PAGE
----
HOUSTON — In front of a huge crowd of fellow oil and natural-gas executives at a major conference here last year, BP chief executive Robert Dudley apologized for his company’s massive oil spill in the Gulf of Mexico in the spring and summer of 2010. It was a heartfelt speech and Dudley’s first since the spill, which gushed more than 200 million gallons of oil.
One year later at the same conference, Dudley is not speaking, and BP makes only a small appearance on the entire five-day schedule. In fact, the spill has barely come up during several panel discussions and major keynote talks on the oil industry.
The only executive from a major U.S.-based oil company speaking this year is ExxonMobil CEO Rex Tillerson, who is scheduled to address the conference on Friday.
“I’m going to talk about the [natural] gas market,” said Paolo Scaroni, CEO of the Italian oil and natural-gas company Eni, at a luncheon keynote discussion on Tuesday. That’s the topic oil and gas executives are focusing on the most, seemingly in lieu of the lingering aftereffects of the BP oil spill.
Vast reserves of shale natural gas discovered all over the United States—and increasingly around the world—have the oil and gas industry captivated by their potential. Indeed, natural gas seems to seep into most discussions at the IHS Cambridge Energy Resource Associates annual conference here, which brings together more than 300 experts and executives from the global-energy industry.
But BP’s spill is still very much on the forefront of many people’s minds, especially in light of the news last week that the British oil giant has agreed to a $7.8 billion settlement with thousands of people and businesses seeking damages from the spill.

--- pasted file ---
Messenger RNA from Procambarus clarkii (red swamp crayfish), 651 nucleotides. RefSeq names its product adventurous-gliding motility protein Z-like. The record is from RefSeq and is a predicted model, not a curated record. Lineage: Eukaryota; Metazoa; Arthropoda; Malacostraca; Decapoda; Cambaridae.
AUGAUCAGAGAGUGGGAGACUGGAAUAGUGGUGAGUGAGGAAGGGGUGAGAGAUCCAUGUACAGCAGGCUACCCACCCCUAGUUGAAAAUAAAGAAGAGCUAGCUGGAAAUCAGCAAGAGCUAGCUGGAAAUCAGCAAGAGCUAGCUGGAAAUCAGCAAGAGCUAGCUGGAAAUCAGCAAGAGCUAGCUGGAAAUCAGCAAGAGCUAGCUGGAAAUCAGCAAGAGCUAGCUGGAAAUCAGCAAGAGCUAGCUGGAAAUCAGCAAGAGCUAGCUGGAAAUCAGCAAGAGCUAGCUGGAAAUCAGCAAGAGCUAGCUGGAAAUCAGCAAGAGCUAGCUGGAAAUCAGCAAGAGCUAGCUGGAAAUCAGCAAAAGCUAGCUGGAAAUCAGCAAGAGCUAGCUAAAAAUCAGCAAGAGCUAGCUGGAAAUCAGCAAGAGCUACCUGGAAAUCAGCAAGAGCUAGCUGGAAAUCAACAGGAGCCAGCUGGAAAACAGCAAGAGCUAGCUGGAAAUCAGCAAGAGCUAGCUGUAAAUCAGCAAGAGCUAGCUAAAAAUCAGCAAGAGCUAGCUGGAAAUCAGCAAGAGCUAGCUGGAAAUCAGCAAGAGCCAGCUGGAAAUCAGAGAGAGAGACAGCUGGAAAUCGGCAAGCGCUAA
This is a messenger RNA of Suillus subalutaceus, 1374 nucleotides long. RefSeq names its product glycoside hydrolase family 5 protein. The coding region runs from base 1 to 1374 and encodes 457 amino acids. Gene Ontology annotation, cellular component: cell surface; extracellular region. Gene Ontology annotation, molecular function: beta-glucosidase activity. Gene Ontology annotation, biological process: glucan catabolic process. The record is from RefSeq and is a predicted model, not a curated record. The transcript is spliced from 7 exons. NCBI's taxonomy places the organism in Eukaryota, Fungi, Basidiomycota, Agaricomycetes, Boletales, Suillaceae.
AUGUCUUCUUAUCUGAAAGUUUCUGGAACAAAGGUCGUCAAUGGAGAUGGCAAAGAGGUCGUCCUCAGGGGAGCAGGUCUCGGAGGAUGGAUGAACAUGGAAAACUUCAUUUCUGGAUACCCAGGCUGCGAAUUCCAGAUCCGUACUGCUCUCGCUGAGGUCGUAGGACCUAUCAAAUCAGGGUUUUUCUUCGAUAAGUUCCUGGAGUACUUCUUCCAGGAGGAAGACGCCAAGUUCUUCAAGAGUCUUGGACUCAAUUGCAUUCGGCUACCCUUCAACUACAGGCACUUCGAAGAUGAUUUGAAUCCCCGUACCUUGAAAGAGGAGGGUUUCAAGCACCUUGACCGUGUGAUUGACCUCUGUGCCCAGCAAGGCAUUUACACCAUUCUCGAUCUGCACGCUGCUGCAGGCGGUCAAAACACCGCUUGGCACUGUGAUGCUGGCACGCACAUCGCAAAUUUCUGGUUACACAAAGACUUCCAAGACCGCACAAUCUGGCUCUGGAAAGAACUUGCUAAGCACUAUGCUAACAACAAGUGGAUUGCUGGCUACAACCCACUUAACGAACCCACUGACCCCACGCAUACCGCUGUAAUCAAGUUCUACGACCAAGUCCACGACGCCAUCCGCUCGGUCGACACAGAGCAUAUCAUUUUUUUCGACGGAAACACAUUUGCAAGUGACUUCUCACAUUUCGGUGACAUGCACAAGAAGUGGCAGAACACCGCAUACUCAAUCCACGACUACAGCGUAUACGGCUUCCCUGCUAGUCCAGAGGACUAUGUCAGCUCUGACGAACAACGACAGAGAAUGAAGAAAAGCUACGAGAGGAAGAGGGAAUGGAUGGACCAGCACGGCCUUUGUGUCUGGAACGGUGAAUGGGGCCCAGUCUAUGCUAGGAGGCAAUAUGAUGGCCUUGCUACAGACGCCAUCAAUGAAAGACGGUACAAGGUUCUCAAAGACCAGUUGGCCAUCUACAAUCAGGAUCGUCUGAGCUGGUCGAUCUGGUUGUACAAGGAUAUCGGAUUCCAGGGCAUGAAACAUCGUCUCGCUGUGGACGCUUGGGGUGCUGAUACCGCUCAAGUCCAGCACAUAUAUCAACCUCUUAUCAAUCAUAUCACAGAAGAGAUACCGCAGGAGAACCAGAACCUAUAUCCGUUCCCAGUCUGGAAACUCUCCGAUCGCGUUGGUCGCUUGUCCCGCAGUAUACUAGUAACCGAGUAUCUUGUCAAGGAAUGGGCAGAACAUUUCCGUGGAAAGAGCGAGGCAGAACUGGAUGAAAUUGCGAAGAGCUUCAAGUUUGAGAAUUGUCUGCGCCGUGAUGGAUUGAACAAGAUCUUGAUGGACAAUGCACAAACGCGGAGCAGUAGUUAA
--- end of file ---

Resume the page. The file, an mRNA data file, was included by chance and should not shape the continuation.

Restoration activities in the wake of the spill are also far from over.
“The cleanup continues to happen,” Louisiana Secretary of Natural Resources Scott Angelle told National Journal Daily on Tuesday. “BP has made a commitment to be there until the last drop is removed, and we hold them at their word.”
While most of the surface oil that spewed into the Gulf in 2010 has been skimmed, burned, or broken down by dispersants, tar balls and subsurface oil mats are still turning up on Gulf beaches. There are also concerns about petroleum compounds that may have settled to the ocean floor, affecting coral reefs and deep-sea marine animals.
“There has been progress,” Angelle said. “We have a very robust natural resources damage-assessment test going through Louisiana.”
Angelle would not comment on BP’s proposed settlement with thousands of plaintiffs in a massive civil case still under way in the New Orleans courtroom of U.S. District Judge Carl Barbier. The settlement must still be approved by the judge, and it does not end civil cases filed against BP and its partners by the Justice Department and attorneys general from Gulf states.
But Angelle did say that he is still hoping Congress can pass legislation that would require 80 percent of any fines and penalties paid by BP to the federal government to go back into restoration efforts in the Gulf. Some analysts say BP could be facing more than $20 billion in fines under the Clean Water Act, and all the money would go into the federal treasury unless directed otherwise by Congress.
A bill requiring just that was approved by the House last month as part of its transportation package; a companion bill in the Senate was approved by the Environment and Public Works Committee last fall but has not yet made it to the floor.
“Washington is a tough place,” Angelle said. “We’ve just got to keep working to the last day to get it there.”
With Congress failing to act so far, Angelle said he is also working with other parts of the federal government, including the judicial and executive branches, “to get those funds to the impacted states.”
This article appears in the March 7, 2012, edition of National Journal Daily.